Families have been warned against having barbecues and starting campfires in woodland as the lockdown eases after a major blaze at a beauty spot.
Police evacuated nearby homes after the fire broke out on Saturday on Thursley Common in Elstead, Surrey.
It swiftly spread through 20 hectares of woodland and undergrowth at the nature reserve – and was still raging on Sunday.
Police evacuated homes after a fire broke out on Saturday on Thursley Common in Elstead, Surrey (pictured)
The wildfire quickly got out of control due to the dry weather and spread through 20 hectares of woodland (pictured)
The cause of the fire at the major beauty spot remains unclear. Pictured, firefighters attending Thursley Common
The fire (pictured) was still raging on Sunday after spreading through woodland and undergrowth at the nature reserve
The cause remained unclear but after the outbreak fire chiefs warned people not to light barbecues and campfires in woods.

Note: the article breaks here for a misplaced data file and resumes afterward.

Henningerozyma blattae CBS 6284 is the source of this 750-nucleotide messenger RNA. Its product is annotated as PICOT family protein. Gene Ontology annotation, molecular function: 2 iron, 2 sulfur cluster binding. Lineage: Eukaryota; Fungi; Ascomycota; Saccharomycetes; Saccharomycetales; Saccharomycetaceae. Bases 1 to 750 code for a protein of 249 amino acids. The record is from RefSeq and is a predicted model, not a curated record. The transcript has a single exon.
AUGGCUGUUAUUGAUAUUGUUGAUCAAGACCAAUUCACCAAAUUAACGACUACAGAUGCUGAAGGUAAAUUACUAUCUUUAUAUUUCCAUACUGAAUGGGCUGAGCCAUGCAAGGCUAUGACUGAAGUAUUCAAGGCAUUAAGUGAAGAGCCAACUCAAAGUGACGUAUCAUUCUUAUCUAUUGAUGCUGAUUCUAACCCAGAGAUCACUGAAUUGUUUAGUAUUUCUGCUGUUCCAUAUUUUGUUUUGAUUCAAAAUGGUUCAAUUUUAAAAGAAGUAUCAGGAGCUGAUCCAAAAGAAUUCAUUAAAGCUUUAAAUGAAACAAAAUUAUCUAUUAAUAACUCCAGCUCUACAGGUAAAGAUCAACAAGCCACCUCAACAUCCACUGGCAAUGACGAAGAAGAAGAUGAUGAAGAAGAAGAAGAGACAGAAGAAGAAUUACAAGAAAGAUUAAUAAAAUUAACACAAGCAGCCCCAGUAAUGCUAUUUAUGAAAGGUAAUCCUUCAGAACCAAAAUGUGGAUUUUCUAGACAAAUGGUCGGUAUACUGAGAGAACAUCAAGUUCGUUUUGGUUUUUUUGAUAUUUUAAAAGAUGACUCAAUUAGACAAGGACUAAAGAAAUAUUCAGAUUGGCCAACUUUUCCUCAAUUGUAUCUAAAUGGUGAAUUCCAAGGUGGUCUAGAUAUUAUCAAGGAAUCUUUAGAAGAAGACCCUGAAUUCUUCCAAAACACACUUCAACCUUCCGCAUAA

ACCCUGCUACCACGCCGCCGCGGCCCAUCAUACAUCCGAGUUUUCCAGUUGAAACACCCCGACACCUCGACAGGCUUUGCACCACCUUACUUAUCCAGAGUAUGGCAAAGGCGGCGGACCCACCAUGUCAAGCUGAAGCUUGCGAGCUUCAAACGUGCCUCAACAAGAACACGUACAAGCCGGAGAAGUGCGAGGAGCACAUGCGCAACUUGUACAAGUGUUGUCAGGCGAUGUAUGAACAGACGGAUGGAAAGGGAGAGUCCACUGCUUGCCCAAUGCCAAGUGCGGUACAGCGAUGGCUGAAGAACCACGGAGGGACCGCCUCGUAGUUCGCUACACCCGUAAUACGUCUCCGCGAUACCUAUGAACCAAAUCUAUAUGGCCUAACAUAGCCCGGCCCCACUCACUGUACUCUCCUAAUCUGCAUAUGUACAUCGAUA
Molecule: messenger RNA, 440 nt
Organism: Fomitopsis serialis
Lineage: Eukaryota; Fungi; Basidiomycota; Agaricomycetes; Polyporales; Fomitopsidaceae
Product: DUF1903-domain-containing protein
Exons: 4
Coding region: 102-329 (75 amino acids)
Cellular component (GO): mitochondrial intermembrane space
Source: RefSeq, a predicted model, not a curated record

Meanwhile the days of cramming a group of friends on to one picnic rug appear to be over in the age of social distancing.
Experts now say we should spread out and form the shape of a hexagon, pentagon or parallelogram.
Up to six people from different households can gather together outside for the first time since lockdown measures were imposed.
Families have been warned against having barbecues and starting campfires in woodland areas and beauty spots by fire chiefs after the Thursley Common blaze (pictured from 11 miles away at Pewley Down park)
Experts say we should spread out when meeting friends in parks and form the shape of a hexagon, pentagon or parallelogram to adhere to social distancing guidelines
TV maths expert Bobby Seagull suggested the most efficient way to keep people the correct distance apart would be to form a series of triangles, with each person sitting at an apex, leading to a parallelogram shape in certain formations.
However, mathematicians at Oxford University believe that sitting in a hexagon or pentagon would be a more efficient solution, taking up less space and still allowing minimum distance between people.
Jason Lotay, professor of pure mathematics at the university, said putting six people in a hexagon, each two metres apart, would require just 10.39 square metres in total.